Mutabaruka's 50 most influential Jamaican recordings - Tosh, Marley dominate top 10
Published: Thursday | August 6, 2009
When a Jamaican top 100 song from 1957 to 2007 listing, compiled through a committee chaired by Dr Omar Davies, was announced to the public on April 16, there were numerous concerns about its composition.
Poet, broadcaster and disc jock Mutabaruka was in the audience at the University of the West Indies (UWI), Mona Campus, though he was not one of the complainants.
"It was a good effort, seeing that is Jamaicans do it," he told The Gleaner, noting that most times it is foreigners who do projects like that. "I was saying one should put together their own."
And he did, compiling 'The 50 Most Influential Jamaican Recordings', as seen through his eyes and ears.
He points out that over the years he has been traveling and he is a performer, a radio show host (Cutting Edge on IRIE FM) and plays music and has "seen the reaction of the people to certain music". He played the songs from his list on the Cutting Edge on July 1, International Reggae Day, started by Andrea Davis.
He points out that his list "is not based off local influence", saying that they are songs which have allowed Jamaican artistes to be influential all over the world. "These songs are those that help establish Jamaica as a musical powerhouse," he said.
'Influential' is not restricted to having an impact in only one way, Mutabaruka pointing out that Peter Tosh's Fight 'Gainst Apartheid (4) was crucial to the anti-apartheid struggle in South Africa. Then there are songs like the Twinkle Brothers' Since I Throw The Comb Away (50), which have had a cultural influence in people changing their lifestyles - herb songs like Tosh's Legalise It having a similar effect.
Marcia Griffith's version of Electric Boogie (15) and Carl Douglas' Kung Fu Fighting (24) have made and continue to make people move on the dance floor.
Mutabaruka says Linton Kwesi Johnson's Sonny's Lettah (31) "is the first dub poem that made the international scene and created a stir for a new genre of Jamaican music". His own Whiteman Country (25) resonated with the migrant population in England and America, as people were longing to come back home, especially as they faced racism.
And Mutabaruka's Dis Poem (22) "is the most remixed poem any Jamaican has ever done anywhere. It has been remixed and redone by young people all over the world".
One Love/People Get Ready heads the top-100 list released in April. Mutabaruka has the ska version of One Love second in his rankings. "That was the one that influence the one everybody know," he points out. "One Love ska is what influence the One Love reggae. The One Love ska, to me, is the beginning of the influence."
And then there is Buju Banton's Boom Bye Bye (21) which created the conversation that started the discussion and repercussions from viewpoints on homosexuality and the attendant violence in Jamaican songs.
The most recently released song on Mutabaruka's 50 most influential Jamaican recordings is Tarrus Riley's She's Royal and he points out its influence especially outside of Jamaica in the context of the songs that were popular at the time. "What it did was to encourage a certain hope for the music. Here is a Rastafarian brethren singing about women in this manner, in a way that is palatable. It was almost a feel good song, to know that all is not lost in the music. It was the same feeling when Sizzla did Black Woman and Child (30)" Mutabaruka said.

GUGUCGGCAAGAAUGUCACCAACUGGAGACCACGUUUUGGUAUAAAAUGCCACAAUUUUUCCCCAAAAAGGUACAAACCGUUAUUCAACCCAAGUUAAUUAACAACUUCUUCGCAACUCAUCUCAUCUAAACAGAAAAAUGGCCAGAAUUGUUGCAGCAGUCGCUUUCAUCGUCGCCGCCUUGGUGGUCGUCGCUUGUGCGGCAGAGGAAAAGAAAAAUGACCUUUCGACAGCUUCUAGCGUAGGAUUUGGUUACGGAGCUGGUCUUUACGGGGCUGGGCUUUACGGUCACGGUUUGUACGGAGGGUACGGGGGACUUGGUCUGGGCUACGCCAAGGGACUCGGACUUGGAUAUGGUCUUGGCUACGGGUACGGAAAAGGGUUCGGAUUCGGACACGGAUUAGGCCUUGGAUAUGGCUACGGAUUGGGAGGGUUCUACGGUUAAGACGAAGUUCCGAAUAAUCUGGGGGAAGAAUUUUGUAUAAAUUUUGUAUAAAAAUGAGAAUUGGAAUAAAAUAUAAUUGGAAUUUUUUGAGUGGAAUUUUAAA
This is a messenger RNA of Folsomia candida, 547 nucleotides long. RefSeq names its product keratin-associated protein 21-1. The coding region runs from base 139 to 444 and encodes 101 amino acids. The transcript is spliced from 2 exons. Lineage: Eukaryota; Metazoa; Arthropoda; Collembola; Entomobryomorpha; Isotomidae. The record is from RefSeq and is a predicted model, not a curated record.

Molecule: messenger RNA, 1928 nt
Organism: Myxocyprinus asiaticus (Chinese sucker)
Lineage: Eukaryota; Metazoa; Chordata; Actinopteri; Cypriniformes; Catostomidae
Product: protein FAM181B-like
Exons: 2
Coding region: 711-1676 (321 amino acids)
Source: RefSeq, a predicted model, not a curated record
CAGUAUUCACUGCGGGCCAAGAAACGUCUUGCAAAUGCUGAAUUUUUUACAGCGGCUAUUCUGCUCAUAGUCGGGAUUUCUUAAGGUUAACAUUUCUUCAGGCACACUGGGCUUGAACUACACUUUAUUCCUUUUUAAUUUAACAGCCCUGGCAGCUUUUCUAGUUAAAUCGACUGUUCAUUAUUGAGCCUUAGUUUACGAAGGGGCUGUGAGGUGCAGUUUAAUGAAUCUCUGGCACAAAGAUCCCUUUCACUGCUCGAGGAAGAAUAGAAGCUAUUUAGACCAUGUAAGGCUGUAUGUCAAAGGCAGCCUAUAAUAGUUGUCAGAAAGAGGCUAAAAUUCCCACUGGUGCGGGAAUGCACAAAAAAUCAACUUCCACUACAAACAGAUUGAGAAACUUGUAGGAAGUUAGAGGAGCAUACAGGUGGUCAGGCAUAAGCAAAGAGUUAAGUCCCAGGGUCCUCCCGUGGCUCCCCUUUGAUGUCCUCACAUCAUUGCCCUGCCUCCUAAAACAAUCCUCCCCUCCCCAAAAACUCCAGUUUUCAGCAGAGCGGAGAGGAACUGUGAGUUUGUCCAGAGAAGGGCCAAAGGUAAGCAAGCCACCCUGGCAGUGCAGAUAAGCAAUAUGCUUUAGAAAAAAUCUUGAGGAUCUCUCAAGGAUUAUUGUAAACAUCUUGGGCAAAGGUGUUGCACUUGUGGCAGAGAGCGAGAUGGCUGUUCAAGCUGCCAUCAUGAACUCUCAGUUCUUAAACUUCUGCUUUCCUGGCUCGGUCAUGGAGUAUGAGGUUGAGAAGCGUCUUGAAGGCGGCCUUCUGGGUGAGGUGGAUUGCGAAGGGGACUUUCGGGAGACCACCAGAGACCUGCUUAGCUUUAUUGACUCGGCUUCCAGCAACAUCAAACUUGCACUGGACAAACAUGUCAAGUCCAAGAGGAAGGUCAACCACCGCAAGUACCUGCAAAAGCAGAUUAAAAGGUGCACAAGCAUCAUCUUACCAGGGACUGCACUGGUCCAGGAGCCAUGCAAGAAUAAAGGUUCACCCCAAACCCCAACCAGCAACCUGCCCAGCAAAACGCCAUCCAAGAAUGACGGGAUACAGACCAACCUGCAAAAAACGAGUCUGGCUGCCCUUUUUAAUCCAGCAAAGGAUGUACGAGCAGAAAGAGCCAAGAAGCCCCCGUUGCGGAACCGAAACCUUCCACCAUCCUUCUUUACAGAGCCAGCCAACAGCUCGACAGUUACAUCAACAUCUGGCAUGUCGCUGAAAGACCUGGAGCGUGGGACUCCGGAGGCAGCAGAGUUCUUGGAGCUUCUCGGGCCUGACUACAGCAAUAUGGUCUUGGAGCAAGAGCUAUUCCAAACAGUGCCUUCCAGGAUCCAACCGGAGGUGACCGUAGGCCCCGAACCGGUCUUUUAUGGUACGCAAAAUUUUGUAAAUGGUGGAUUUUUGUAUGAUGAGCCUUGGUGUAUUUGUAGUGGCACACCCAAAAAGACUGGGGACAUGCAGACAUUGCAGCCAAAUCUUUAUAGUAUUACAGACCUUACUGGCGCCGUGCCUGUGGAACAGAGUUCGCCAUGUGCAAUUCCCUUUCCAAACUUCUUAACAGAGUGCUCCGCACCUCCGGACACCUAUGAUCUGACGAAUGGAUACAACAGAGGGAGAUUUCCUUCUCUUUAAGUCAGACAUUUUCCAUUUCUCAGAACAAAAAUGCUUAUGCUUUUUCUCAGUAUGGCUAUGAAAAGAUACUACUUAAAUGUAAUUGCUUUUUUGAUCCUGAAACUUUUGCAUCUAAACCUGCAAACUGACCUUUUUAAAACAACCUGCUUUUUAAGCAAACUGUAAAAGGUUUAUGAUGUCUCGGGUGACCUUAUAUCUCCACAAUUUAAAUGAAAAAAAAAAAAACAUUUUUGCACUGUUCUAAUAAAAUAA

Peter Tosh has four songs in the top 10 as a solo artiste, in addition to being a part of The Wailers on One Love and Mutabaruka notes Tosh's influence in Africa as well as perceptions of marijuana.
Harry Belafonte has two songs in the influential 50, Day O (6) and Island In The Sun (11). With his parents being from Jamaica, one from St Ann and the other from St Elizabeth, Mutabaruka says "I recognise him as a Jamaican recording these songs".
The ranking for most influential is a bit different from personal favourites, it turns out, as when The Gleaner asked Mutabaruka to name his five favourites from the list, he identified Burning Spear's Marcus Garvey, (12), Tosh's Fight Gainst Apartheid (4) and African (10), Marley's Redemption Song (1) and his own Dis Poem.
"I have seen the reaction. It is unbelievable," he said of the last.
( L - R ) Tosh, Marley
(1) Redemption Song -
(2) One Love - (ska version) Wailers
(3) Legalise It - Peter Tosh
(4) Fight 'Gainst Apartheid -
(5) Get Up Stand Up -
(6) Day O -
(7) War -
(8) Equal Rights -
(9) Rivers of Babylon -
(10) African -
(11) Island in the Sun -
(12) Marcus Garvey - Burning Spear
(13) The Harder They Come
(14) No Woman No Cry -
(15) Electric Boogie -
(16) Many Rivers to Cross -
(17) Blackheart Man -
(18) Pass the Kutchie -
(19) Blackwoman - Judy Mowatt
(20) Satta Amassagana - The Abbasinians
(21) Boom Bye Bye -
(22) Dis Poem -
(23) Young Gifted and Black -
(24) Kung Fu Fighting -
(25) Whiteman Country -
(26) Seven Miles of Black Starliner - Fred Locks
(27) Bangarang - Stranger Cole
(28) Israelites -
(29) She's Royal - Tarrus Riley
(30) Blackwoman and Child -
(31) Sonny's Lettah -
(32) Revolution -
(33) Two Sevens - Clash Culture
(34) Confucius - Don Drummond
(35) One Blood - Junior Reid
(36) Don't Affi Dread -
(37) Sleng Teng -
(38) Bad Boys - Inner Circles
(39) 96 Degrees in the Shade -
(40) Promise Land -
(41) Fire Pon Rome -
(42) King Tibby Meets Rockers - Augustus Pablo
(43) Solidarity - Black Uhuru
(44) If Jah is Standing by my Side -
(45) Dread Inna Babylon - Big Youth
(46) Fisherman -
(47) Cocaine in my Brain -
(48) Try Jah Love -
(49) East of the River Nile - Agustus Pablo
(50) Since I Throw the Comb Away -